Other Self-Development Resources

  • Harvard Implicit Bias Test - Test yourself on several implicit biases.  You can even elect to have your responses added to Harvard's ongoing research.
  • 10 Books About Race To Read Instead Of Asking A POC To Explain It To You
  • The Origin of Everything - Includes episodes specific to the origin or race, ethnicity, gender, reparations, culture, etc.
  • Intersexion - A documentary available online or through UCO's Max Chambers Library. Intersex individuals reveal the secrets of their unconventional lives – and how they have navigated their way through this strictly male/female world, when they fit somewhere in between.
  • Lead Me Home - A Netflix short documentary on life from the perspectives of a diverse group of individuals experiencing homelessness. 
  • Undocumented Americans - A short video on three undocumented youth who arrived as young children — Jong-Min, Pedro and Silvia — share their stories of how they are fighting hard to achieve their piece of the American dream.
  • Autism and Neurodiversity - In this Ted talk, Adriana discusses the idea of neurodiversity. Many people are labeled incorrectly because their brains are wired differently. Adriana offers awareness and an alternative way to see people as unique and valuable, regardless of their near-diversity.
  • The Disability Conversation - Ben Meyers shares his perspective on how physical disability is addressed in America.
  • Crip Camp: A Disability Revolution - A Netflix documentary about a groundbreaking summer camp that galvanizes a group of teens with disabilities to help build a movement, forging a new path toward greater equality. This film is rated R.
  • Deaf U - In this Netflix reality series, a tight-knit group of Deaf and hard of hearing students share their stories and explore life at Gallaudet University.
  • The 1619 Project - This Hulu series seeks to reframe the country’s history by placing the consequences of slavery and the contributions of Black Americans at the very center of our national narrative.
  • An Indigenous People's History of the United States - Author Roxanne Dunbar-Ortiz offers a history of the United States told from the perspective of Indigenous peoples and reveals how Native Americans, for centuries, actively resisted expansion of the US empire.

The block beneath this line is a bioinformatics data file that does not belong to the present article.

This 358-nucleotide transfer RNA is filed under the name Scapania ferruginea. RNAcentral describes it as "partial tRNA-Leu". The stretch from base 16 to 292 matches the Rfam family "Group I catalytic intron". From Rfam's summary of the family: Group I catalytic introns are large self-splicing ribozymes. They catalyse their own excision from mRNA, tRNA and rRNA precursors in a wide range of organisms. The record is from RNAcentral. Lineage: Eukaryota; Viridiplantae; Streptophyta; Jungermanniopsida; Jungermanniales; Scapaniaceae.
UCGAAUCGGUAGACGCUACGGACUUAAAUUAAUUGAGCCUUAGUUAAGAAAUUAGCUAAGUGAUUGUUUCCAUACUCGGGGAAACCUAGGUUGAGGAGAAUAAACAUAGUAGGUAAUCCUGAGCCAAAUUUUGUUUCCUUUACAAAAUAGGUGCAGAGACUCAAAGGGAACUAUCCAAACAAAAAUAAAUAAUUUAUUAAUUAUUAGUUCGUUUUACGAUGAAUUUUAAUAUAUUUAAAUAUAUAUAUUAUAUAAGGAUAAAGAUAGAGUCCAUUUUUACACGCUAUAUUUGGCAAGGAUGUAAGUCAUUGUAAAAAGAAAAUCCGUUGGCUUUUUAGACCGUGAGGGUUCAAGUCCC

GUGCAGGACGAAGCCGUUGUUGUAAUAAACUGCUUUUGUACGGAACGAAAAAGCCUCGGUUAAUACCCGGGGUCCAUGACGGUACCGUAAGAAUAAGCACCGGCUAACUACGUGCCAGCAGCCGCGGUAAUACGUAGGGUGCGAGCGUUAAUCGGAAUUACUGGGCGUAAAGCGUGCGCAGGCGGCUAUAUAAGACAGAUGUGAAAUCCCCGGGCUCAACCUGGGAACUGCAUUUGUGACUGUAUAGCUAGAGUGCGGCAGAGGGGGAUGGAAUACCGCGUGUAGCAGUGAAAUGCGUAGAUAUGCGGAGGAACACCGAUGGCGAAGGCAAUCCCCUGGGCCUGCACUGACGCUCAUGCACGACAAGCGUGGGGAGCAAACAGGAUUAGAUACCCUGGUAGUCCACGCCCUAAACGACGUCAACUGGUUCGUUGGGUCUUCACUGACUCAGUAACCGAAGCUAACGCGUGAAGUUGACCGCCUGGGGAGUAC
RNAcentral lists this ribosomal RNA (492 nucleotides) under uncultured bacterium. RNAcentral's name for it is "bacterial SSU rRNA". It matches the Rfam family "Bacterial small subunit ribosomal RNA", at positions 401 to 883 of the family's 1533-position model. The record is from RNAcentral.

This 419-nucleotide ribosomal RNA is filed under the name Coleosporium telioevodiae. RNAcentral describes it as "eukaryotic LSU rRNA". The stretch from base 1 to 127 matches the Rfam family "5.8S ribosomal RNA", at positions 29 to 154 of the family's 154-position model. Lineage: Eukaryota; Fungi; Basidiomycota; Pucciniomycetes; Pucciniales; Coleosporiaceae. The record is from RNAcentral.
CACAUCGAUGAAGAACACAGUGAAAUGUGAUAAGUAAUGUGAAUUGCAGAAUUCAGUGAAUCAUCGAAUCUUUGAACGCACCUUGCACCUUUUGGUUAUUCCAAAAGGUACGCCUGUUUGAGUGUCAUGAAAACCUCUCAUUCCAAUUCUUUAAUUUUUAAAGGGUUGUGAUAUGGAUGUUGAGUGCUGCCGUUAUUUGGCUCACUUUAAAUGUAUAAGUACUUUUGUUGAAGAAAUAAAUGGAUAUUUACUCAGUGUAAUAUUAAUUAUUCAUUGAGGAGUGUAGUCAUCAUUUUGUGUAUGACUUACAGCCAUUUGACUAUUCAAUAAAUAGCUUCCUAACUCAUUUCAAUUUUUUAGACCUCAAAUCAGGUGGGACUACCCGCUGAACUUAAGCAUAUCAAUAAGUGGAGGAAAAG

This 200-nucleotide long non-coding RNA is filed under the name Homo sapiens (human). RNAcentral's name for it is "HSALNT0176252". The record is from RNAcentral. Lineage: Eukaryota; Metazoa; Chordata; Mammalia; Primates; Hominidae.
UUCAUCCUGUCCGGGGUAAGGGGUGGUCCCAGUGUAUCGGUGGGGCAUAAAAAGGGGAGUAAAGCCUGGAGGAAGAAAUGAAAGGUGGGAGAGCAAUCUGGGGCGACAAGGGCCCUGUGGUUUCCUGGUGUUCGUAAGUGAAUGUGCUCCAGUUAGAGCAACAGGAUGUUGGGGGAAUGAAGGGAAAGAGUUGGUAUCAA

• The Zinn Education Project - Website full of resources that share American history from non-Western, non-Eurocentric perspectives.
  • Seeing White - Why? Where did the notion of “whiteness” come from? What does it mean? What is whiteness for? Scene on Radio host and producer John Biewen took a deep dive into these questions, along with an array of leading scholars and regular guest Dr. Chenjerai Kumanyika, in this fourteen-part documentary series

Diversity Calendar

Learning Objectives for Continuous Cultural Competence

Continuous Cultural Competence learning objectives address knowledge, skills and attitudes as they relate to intercultural competence, equity, diversity and inclusion.


Demonstration of awareness of one’s social identities and recognition of the complexities of those from different social identity groups.

  • Recognizes how one’s social identity group and experiences have shaped their world-view
  • Demonstrates insight into one’s biases
  • Demonstrates an understanding of the complexity of elements important and impactful to members of a differing social identity group
  • Defines diversity, inclusion, equity, power and privilege and how it is manifested at the University of Central Oklahoma


An ability and capacity acquired through deliberate, systematic and sustained effort to carry out complex functions involving ideas, things and/or people.

  • Creates a plan for engaging in relationships for reciprocal learning with individuals from differing social identity groups
  • Designs an approach for engaging in dialogue around diversity, inclusion, social justice and equity
  • Analyzes barriers faced by multiple social identity groups in various contexts and mitigate those barriers
  • Explains how listening, information-gathering and problem-solving skills support and foster partnerships and dialogue around diversity and inclusion


A settled way of thinking or feeling about someone or something that can be reflected in a person’s behavior.

  • Initiates and develops interactions with individuals from different social identity groups.
  • Reflects on changes in behavior as a result of empathy and support with others from differing social identity groups
  • Explains your ability to listen and learn from alternative perspectives
  • Synthesizes multiple perspectives and comes to a shared solution
  • Reflects on how engaging in Continuous Cultural Competence has resulted in a shift in perspective in one’s life and work